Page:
Lower-level roles are as important as senior leadership

Kevin Distiller

Since McKinsey coined the term “war for talent”, many articles have been written on talent management. Almost any organisation worth its salt has spent time and money investing in talent management systems.

In 2014 the Korn Ferry Institute noted that the competitive landscape is becoming increasingly global in scope. The institute found that even small and mid-size companies have no choice but to compete on a global scale. They note that the shifts in the available talent pool and workplace demographic means that younger people are entering the workforce and, due to heightened competition, people are expected to do more with less.

According to Korn Ferry, in order to ensure that strategic plans come to fruition, companies need to ensure they have the operations excellence required to execute better and faster than competitors. They also need to ensure they have the correct talent in place to drive strategy execution. Clearly, people at all levels are required to operate competently to ensure that the company achieves its goals. In fact, the Korn Ferry report states that “ a company gains competitive advantage when it delivers distinct products and services through distinct human resources.”

Another key consideration is that, in most companies, total human capital costs can account for as much as 70% of operating costs. This means people make or break an organisation. All decisions and actions depend on the capabilities and coordination of people.

This being said, it is my opinion that when companies talk about “talent management” they tend to refer to and focus on their leadership pipeline or fast-track talent pool. I believe this is a strategy that needs to be viewed with fresh eyes. A different approach to talent management will yield a significant return on investment in the long term. For almost every organisation in existence, the front line is where most of the workforce are hired. It’s also the point where customers experience the company.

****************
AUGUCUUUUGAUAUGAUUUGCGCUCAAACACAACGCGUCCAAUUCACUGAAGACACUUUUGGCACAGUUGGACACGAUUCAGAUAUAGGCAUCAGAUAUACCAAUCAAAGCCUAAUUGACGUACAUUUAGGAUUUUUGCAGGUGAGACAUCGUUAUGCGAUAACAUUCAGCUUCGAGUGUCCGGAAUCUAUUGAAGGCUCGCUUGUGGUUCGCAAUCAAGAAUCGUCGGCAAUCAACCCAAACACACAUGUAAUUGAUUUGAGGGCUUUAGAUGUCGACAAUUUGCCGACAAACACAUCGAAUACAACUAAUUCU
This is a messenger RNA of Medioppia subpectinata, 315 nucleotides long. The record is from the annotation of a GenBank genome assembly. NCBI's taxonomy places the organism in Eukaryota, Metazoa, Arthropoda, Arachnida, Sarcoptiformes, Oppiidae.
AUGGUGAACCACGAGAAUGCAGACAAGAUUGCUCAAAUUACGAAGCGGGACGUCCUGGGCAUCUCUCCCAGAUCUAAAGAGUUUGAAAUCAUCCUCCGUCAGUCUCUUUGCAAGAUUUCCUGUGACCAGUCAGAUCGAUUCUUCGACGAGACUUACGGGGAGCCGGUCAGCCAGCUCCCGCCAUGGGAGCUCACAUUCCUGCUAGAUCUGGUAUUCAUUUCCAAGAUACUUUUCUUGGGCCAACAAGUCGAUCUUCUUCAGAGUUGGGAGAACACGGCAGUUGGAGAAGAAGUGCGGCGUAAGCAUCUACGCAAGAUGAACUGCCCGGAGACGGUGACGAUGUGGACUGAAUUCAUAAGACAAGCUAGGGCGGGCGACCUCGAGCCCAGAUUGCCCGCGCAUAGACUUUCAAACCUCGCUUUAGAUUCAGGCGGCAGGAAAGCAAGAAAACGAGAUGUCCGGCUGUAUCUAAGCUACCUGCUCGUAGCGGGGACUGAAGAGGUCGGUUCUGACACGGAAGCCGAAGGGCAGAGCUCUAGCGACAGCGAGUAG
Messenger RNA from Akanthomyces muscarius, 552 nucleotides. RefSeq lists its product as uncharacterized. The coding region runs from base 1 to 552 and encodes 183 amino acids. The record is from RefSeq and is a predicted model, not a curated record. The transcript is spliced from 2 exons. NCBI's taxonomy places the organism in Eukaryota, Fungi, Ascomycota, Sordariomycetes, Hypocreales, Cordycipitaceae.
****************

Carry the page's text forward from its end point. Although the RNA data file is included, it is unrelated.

Just think about it – would a call centre be effective without solid agents on the phone? Would a bank be sustainable without friendly and competent tellers? Would a mine be able to operate profitably and safely without well trained and disciplined operators at the coal face?

Another question to consider is the amount of time supervisors and managers spend performance managing incompetent or demotivated staff at the front line, and has anyone even attempted to quantify this cost?

Focusing on the growth and development of our leaders and executives is undoubtedly critical. However, if the frontline staff are not talented and competent in their own right, then even large companies with extremely effective long-term strategies will fail.

Essentially, I am suggesting that companies should invest more time and money ensuring that they bring in competent and talented individuals at ALL levels, even the lowest level roles in the company. Companies should also invest in programmes to help these individuals develop and reach their full potential, whether they’re individual contributors, supervisors or even at management level.

The Odyssey system from Evalex is the perfect tool for talent managers looking to assess individuals for entry-level or junior roles. It is game-based, which means literacy and education levels are irrelevant, and can be used for mass recruitment.

If you would like more info, contact me: kevin@evalex.co.za.

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